But if the Gulf regimes need the U.S., the opposite is just as true. America needs a stable source of oil for itself and the world, and U.S. companies dearly want to increase an already booming trade with the Mideast. The indirect but powerful role these oil states play in financing the U.S. deficit further enmeshes Washington's interests with the region's, no matter how contentious relations may get over America's foreign policy.
These factors increase the challenge Washington faces in encouraging reform. The authoritarian governments in the Gulf will have to change to keep pace with their wealthy, better-educated populations. They have a long way to go on improving opportunities for women, for instance. While more money in people's pockets buys time, the rulers are facing demands for greater accountability and wider political participation. Some business people even think that oil money could have negative consequences. With financial pressure off, governments may be more likely to delay privatization and other reforms.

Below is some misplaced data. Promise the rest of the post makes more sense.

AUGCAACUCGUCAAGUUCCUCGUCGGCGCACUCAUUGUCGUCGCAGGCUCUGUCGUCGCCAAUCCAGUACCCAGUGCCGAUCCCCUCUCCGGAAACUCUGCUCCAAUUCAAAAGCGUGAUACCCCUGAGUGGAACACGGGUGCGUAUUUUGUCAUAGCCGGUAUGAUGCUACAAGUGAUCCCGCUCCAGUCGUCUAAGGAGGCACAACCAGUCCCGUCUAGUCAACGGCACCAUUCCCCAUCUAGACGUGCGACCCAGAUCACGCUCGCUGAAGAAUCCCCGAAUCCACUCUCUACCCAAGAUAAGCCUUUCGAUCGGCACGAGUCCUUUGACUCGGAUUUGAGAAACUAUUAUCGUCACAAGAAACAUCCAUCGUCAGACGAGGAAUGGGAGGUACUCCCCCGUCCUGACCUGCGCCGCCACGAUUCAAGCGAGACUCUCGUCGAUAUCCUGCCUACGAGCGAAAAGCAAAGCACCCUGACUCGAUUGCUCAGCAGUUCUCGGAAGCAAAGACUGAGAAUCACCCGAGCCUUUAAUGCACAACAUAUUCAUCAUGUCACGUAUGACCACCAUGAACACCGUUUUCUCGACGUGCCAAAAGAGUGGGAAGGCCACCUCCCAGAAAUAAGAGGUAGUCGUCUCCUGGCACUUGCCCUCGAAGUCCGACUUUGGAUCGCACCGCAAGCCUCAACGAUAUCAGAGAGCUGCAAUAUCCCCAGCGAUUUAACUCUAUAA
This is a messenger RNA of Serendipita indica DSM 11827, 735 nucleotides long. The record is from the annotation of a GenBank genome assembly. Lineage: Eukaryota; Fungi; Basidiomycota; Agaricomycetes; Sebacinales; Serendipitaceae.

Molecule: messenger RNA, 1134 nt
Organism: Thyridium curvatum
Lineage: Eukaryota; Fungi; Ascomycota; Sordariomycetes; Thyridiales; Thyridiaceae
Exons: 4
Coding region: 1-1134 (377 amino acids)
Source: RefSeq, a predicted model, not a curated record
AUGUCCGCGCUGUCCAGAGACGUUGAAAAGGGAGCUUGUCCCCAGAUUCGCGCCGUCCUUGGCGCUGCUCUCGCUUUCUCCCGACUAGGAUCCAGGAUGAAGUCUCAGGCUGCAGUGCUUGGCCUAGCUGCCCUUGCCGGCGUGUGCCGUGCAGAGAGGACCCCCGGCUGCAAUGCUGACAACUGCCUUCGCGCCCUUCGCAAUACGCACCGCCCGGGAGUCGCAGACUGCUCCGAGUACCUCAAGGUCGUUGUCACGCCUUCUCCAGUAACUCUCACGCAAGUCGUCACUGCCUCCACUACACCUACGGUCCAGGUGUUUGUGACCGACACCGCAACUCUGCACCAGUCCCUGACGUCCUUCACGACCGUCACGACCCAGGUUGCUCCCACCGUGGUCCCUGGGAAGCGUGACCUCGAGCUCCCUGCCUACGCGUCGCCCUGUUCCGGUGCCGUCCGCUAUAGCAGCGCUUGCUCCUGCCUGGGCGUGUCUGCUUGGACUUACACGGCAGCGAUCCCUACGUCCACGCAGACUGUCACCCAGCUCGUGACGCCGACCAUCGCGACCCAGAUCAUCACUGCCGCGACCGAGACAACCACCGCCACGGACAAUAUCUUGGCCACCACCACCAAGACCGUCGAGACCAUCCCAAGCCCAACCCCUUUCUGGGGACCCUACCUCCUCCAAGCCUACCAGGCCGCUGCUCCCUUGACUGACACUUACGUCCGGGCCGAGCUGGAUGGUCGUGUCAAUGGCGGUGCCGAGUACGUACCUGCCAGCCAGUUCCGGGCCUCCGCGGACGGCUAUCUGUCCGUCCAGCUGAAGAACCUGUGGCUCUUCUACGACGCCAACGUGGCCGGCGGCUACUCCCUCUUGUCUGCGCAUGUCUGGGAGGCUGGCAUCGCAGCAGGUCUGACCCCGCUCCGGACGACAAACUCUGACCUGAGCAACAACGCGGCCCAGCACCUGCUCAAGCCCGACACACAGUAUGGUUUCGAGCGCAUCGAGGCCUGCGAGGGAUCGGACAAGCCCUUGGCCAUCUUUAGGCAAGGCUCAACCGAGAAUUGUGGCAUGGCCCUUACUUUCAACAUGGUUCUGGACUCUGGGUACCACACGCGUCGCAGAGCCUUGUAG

Yet it doesn't look like this Gulf boom will fizzle anytime soon, since oil is in such demand. One possible scenario: As global interest rates rise with the recovery of Japan and Europe, worldwide competition for capital will heat up, and the well-heeled investors of the Mideast will become pivotal players in future deals. Oil money's role, then, could just get bigger.
By Stanley Reed, with Peter Coy, John Cady, and Diane Brady in New York, Christopher Palmeri in Los Angeles, and Carol Matlack in Paris